22

Describe hyperplastic and inflammatory polyps in the stomach

These represent about 75% of all gastric polyps, commonly occurring between the age of 50-60, and usually arising on a background of chronic gastritis that initiates the injry followed by reactive hyperplasia. If associated with H. pylori, these regress after tx.

23

T or F. Hyperplastic and inflammatory polyps in the stomach are often multiple

T. Typically ovoid in shape, small, and covered by a smooth surface

24

The frequency with which dysplasia develops in inflammatory or hyperplastic polyps correlates with _____

size (1.5+cm= bad risk)

25

Describe fundic gland polyps

These occur sporadically and in persons with FAP but do NOT have neoplastic potential

26

Fundic gland polyps are more likely with the use of PPIs. Why?

Acid inhibition stimulates gastrin production and subsequent glandular hyperplasia

27

What is the most common malignancy of the stomach?

adenocarcinoma (90%)

28

T or F. PDU does not increase the risk of gastric cancer

T. But partial gastrectomies increase the risk

29

What mutations are common in gastric cancers?

majority of gastric cancers are not hereditary, but CDH1 mutations leading to loss of E-cadherin are associated with those that are (usually the diffuse type)

FAP pts. with APC mutations are more likely to get intestinal-type gastric cancer

Sporadic intestinal type gastric cancer is assoicated with mutations in B-catenin, MSI, and hypermethylation

30

What infections raise the risk of gastric adenocarcinomas?

-H. pylori

-EBV

31

The _____ classification seperates gastric cancers into intestinal and diffuse types 

Lauren

32

Describe intestinal type gastric cancers

they tend to be bulky and contain abundant mucin in gland lumen

33

Describe diffuse type gastric cancers

marked by a signal ring cell morphology and are infiltrative so that they can stimulates a desmoplastic rxn that stiffens the gastric wall and may cause diffuse rugal flattening and rigid, thickened wall that imparts a 'leather bottle' appearance termed linitis plastica

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What are the most powerful prognostic indicators for gastric cancer?

depth of invasion and the extent of nodal and distant METs at the time of daignosis

36

How do gastric cancers behave?

local invasion into the duodenum, pancreas, and retroperitoneum is common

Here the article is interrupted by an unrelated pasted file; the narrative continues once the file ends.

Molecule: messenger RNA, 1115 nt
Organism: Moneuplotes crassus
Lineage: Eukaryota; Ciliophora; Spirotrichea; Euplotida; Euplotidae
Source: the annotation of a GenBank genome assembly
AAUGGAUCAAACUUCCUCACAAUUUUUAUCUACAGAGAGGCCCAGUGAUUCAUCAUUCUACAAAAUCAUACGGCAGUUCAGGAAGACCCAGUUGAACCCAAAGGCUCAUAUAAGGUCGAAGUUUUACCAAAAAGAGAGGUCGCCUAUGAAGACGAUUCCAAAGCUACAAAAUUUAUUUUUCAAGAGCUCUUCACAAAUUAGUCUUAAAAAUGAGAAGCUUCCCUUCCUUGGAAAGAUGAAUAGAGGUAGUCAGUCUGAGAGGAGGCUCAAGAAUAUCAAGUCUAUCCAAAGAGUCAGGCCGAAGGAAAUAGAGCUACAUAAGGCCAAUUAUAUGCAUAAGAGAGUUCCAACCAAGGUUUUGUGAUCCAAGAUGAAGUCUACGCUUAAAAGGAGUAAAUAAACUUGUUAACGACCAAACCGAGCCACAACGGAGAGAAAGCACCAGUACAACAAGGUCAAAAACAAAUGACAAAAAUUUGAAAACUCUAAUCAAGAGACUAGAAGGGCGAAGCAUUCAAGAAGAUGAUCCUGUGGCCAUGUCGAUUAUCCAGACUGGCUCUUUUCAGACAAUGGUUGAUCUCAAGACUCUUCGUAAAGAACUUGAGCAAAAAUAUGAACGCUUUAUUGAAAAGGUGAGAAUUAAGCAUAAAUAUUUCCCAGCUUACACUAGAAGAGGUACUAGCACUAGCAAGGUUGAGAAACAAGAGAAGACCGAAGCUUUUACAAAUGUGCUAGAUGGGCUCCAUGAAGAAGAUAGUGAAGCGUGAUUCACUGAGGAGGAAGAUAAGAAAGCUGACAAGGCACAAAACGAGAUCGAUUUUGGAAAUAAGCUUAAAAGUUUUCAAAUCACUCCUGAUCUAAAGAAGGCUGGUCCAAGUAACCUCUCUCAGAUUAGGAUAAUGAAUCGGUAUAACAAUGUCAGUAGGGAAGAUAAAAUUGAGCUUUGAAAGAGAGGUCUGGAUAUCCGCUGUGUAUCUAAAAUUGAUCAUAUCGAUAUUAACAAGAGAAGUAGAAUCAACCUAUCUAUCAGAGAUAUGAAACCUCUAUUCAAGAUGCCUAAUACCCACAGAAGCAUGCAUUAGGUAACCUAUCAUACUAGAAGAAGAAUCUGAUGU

37

What is the prognosis of gastric cancer?

90% after surgical resection in early lesions even with lymph node mets, but poor in advanced cancer (which the majority are discovered in)

38

What are some other common tumors of the stomach besides adenocarcinomas?

-Lymphoma

-Carcinoid tumor

-GIST

39

T or F. Lymphomas like to go to the stomach

T. The most common of which are indolent extranodel marginal zone B cell lymphomas, or MALTomas

40

What are carcinoid tumors?

Tumors arising from neuroendocrine organs (e.g. the endocrine pancreas) and neuroendocrine-differentiated GI epithelia (e.g. G-cells), the majority of which occur in the small intestine (lungs are also common)

41

How do carcinoid tumors present?

Present in the 60s-70s and symptoms are determined by the hormones produced. For exm, the carcinoid syndrome is caused by vasoactive substances secreted by the tumor that cause cutaneous flushing, sweating, bronchospasm, colicky abdominal pain, diarrhea, and right-side valvular fibrosis

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T or F. Carcinoid syndrome is strongly associated with METs

T. Confined to intestines= first pass will degrade any vasoactive substances

44

What is the most important prognostic factor for GI carcinoid tumors?

location

45

Describe foregut carcinoid tumors

these are found within the stomach, duodenum proximal to the ligament of Treitx, and esophagus, and rarely METs are are curable. 

46

Describe midgut carcinoid tumors

arise in the jejunum and ileum and are often multiple and tend to be aggressive.

47

Describe hindgut carcinoid tumors

these arise in the appendix and colorectum and are typically discovered incidentally. Appendical carcinoids tend to be benign while colorectal tumors tend to produce polypeptide hormones and may manifest with abdominal pain and weight loss

48

What is a GIST?

The most common mesenchymal tumor of the abdomen (and 50% of these occur in the stomach) (leiomyomas and leiomyosacromas can also occur but are rare)

49

What mutations are common in GIST?

gain of function of the gene encoding c-KIT (and some PDGFRA)

50

T or F. gastric GISTs are less agressive than those arising in the small intestine

T. Prognosis correlates with tumor size, mitotic index, and location

51

How can GIST pts. with unresectable (the mainstay tx), recurrent, or MET disease be tx?

Imatinib, an oral tyrosine kinase inhibitor of c-KIT and PDGFRa (resistance WILL develop)